PETALING JAYA (Nov 22): Malaysian netizens are hailing National Audit Department (NAD) officer Nor Salwani Muhammad as a hero after media coverage on the 1Malaysia Development Bhd (1MDB) audit tampering trial at the Kuala Lumpur High Court yesterday described how she recorded a meeting between 1MDB and government officials in 2016 and saved an original copy of the 1MDB audit report.
Comments on articles by The Edge, Malaysiakini, Malay Mail, New Straits Times, theSun, The Star and Bernama shared through social media called her a "hero", said her actions were "noble" and had "saved the country".
Many thanked her for "doing the right thing" and a few even called for her to be given a Datukship.
Several commenters observed that her actions would be recorded in history.
At least one commenter on the Malaysiakini website believed she might have put her life at risk, an allusion to allegations that AmBank founder Hussain Ahmad, Senior Deputy Public Prosecutor Kevin Morais, Mongolian model Altantuya Shaariibuu and private detective Balasubramaniam Perumal were murdered in attempts to cover up the 1MDB scandal.
The 52-year-old Nor Salwani is the fifth prosecution witness in the trial of former premier Datuk Seri Najib Abdul Razak and ex-1MDB president and chief executive officer Arul Kanda Kandasamy over the tampering of the 1MDB audit report.
She was the coordinator of a team of 12 NAD officers, led by fellow officer Saadatul Nafisah, that prepared the original audit report. They were appointed by then auditor-general Ambrin Buang on March 9, 2015, to audit the 1MDB group of companies following an order from the cabinet.
Nor Salwani, then with the rank of deputy director of audit, was supposed to attend a coordination meeting between top 1MDB and NAD officials on Feb 24, 2016, but was shooed out at the last minute along with other lower ranking officers.
Nor Salwani hid a voice recorder in a stationery case of Saadatul who attended the meeting because Nor Salwani was supposed to minute the meeting, despite not being allowed inside. The 2 hours and 45 minutes long audio recording was tendered as evidence in the trial.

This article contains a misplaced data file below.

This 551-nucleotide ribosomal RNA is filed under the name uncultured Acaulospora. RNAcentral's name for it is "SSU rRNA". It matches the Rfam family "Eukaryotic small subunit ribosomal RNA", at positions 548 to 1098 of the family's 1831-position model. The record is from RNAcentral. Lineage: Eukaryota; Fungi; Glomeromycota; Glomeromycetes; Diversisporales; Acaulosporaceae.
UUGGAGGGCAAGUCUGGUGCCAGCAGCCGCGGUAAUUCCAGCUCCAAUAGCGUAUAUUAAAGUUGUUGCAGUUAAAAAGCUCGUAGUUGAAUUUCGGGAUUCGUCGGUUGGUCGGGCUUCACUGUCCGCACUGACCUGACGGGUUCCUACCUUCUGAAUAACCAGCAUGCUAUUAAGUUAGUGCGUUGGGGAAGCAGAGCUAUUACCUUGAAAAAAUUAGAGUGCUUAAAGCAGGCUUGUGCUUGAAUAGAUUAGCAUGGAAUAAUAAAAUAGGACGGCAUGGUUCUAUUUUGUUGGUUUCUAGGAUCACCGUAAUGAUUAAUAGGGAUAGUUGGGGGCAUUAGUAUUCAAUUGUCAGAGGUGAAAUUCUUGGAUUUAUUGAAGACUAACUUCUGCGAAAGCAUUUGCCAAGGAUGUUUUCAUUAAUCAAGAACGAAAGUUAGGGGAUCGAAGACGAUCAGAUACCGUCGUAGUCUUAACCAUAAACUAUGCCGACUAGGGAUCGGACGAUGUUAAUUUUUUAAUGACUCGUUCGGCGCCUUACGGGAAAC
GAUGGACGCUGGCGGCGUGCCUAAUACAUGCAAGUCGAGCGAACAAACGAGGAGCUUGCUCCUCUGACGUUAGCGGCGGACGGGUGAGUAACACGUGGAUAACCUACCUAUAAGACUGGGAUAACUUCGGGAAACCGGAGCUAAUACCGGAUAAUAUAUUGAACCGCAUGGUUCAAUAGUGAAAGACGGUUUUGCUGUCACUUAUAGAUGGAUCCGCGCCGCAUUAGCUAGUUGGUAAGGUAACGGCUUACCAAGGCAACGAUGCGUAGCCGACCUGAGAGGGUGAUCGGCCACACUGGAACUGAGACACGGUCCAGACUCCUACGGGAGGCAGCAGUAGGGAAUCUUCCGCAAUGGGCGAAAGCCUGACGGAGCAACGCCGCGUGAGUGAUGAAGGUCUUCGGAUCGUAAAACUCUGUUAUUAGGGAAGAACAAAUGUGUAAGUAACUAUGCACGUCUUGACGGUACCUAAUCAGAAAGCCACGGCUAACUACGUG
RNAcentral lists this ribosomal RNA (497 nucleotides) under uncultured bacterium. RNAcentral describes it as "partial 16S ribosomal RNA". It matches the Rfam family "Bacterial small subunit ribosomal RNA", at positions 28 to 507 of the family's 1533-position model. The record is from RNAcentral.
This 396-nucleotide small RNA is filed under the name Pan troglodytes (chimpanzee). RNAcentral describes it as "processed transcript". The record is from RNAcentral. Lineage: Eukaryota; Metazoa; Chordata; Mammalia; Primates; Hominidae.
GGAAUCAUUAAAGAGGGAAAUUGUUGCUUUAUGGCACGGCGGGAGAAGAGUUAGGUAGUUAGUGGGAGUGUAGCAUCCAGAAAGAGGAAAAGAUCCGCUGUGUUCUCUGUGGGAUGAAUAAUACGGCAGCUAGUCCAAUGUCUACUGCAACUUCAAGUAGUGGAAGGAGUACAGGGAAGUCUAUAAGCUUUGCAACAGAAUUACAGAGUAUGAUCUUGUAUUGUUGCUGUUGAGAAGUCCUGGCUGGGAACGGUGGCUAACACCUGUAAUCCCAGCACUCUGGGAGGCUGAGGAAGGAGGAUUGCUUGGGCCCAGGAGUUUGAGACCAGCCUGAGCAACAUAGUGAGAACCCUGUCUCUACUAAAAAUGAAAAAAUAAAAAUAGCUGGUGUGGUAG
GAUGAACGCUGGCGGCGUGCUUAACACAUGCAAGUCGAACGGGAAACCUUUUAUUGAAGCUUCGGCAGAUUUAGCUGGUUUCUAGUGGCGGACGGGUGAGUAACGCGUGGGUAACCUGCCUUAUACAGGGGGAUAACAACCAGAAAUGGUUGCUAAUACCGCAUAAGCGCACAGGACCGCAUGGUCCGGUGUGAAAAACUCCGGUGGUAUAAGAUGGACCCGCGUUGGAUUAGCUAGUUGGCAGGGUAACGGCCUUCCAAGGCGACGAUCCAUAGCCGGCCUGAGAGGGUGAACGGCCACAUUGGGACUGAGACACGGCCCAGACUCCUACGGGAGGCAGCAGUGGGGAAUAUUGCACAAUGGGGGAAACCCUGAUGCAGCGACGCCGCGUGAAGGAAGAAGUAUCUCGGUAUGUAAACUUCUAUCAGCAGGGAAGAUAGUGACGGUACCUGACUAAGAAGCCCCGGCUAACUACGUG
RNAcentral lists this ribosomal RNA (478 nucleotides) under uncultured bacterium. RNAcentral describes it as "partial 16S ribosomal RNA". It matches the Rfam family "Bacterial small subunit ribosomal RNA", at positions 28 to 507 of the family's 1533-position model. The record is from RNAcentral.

The meeting was chaired by then chief secretary to the government Ali Hamsa who had told the court on the second day of the trial that it was convened because Najib, who had seen a copy of the report before it was presented to the Public Accounts Committee (PAC) of Parliament, was displeased with the contents of the report.
Ali Hamsa said that Arul Kanda had in the meeting dismissed the matters highlighted in the report as they "were not factual and were merely hearsay".
At the end of the meeting, it was agreed that all 60 copies of the original report would be shredded and a modified copy with four issues removed would be submitted to the PAC.
The Edge reported that Nor Salwani told the court that Ambrin looked sad and upset after leaving the meeting room.
"I accompanied him as he went to a wash room to wash his face. I followed Ambrin as he looked like he would fall, as he looked so fragile. Ambrin was also mumbling something which I could hear clearly, 'what is the purpose of the audit'," she said.
Nor Salwani said she retrieved the voice recorder and listened to the recording with her team after the meeting.
"I played back the recording and we were shocked to hear what had been decided at the meeting," she said in a New Straits Times report.
"Never before in my 21 years history of working there have we faced an event like this, where the final audit report was asked to be 'digugurkan' (dropped) and called for the report to be 'dilupuskan' (destroyed). This has never happened before and for this reason, my team and I were shocked," she said in a report by The Edge.
Nor Salwani secretly kept a copy of the original report which carried the watermark "09" (the 60 original report copies were numbered from 01 to 60). This document was also tendered as evidence in the trial.
"I kept the report to be given to the new auditor-general. With pure intention, I had surrendered the report watermarked '09' to allow the new auditor-general to get the whole picture about the audit findings," she said in a report by Malaysiakini.
She also informed the court that she had secretly kept a copy just in case it was needed as a reference.
Nor Salwani is currently the director of NAD's governance sector.
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